For the most part, this single endorsement rule has held up, although recently, there have been secondary advertisements popping up on the sleeves of some teams, like the Huddersfield Town jersey shown above. I like this less. Some sports have gone to a more extreme level. My favorite rugby league team, Wakefield Trinity, puts on jerseys for each game that are covered in advertisements. How many are there on that jersey? Nine? Ten? More? It's craziness. Way too much.

Soccer is, not surprisingly, the dominant sport in England and most of the rest of the world. Over the last three plus decades, revenues from jersey advertisements have poured in to add cash to the vaults of clubs whose games at the time when they were adopting advertisements on their kits were largely not televised. I'm sure they helped out a ton financially.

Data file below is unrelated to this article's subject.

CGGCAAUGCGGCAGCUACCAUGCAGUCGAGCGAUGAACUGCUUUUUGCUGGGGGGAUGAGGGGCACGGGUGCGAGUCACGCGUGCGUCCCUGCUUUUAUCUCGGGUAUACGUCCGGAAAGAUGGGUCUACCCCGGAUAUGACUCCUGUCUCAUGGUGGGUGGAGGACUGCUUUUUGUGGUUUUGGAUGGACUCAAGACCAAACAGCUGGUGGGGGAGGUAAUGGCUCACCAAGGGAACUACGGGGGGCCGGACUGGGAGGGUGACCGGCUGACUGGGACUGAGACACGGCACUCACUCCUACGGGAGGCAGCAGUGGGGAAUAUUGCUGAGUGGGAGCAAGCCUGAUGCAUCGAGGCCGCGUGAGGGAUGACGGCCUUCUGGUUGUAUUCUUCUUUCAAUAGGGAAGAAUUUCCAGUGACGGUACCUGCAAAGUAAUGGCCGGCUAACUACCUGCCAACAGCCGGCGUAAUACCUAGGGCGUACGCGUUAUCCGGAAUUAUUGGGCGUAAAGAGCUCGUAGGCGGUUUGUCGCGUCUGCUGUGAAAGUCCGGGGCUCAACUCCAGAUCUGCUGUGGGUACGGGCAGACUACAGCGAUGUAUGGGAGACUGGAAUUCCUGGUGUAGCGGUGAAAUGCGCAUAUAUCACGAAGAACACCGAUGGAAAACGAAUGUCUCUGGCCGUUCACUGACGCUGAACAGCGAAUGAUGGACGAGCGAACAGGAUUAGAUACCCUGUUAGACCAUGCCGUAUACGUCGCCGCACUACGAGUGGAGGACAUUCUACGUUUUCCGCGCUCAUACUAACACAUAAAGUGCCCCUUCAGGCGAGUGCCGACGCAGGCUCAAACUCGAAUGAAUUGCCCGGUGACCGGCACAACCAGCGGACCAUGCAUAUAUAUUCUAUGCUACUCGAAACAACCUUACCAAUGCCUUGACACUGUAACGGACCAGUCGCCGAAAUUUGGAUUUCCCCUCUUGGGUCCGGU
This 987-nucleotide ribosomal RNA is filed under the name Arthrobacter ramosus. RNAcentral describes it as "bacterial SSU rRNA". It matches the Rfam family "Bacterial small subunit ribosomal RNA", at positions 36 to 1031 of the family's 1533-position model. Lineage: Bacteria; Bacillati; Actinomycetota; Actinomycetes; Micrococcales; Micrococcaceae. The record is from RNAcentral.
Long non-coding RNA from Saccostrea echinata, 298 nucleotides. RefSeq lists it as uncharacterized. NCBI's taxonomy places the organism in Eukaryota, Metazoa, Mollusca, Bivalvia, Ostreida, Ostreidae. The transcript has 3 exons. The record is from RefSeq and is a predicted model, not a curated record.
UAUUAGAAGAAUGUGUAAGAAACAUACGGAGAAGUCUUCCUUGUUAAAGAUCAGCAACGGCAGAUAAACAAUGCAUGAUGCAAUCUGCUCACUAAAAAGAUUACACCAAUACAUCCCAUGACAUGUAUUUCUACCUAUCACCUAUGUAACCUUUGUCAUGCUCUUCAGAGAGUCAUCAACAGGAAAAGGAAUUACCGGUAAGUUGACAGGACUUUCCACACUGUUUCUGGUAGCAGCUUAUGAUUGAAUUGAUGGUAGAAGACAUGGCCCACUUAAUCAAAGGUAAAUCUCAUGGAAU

Fast forward 20 or so years to the United States. Major League Soccer, the third or fourth attempt at professional soccer in this country, decided to introduce jersey advertisements into their league. They are the first major professional sports league in the USA to do this. For the purposes of this blog post, I'm considering major sports leagues here at home to be MLB, NFL, NBA, NHL, MSL and WNBA. Debate that list if you feel you need to.

For me, this introduction of jersey advertisements in this league in 2007 is fairly seamless. We as consumers were already softened up to this idea by the rest of the world and, again, the ads are not taking away from anything on the uniform. There's nothing where the sponsor name is going.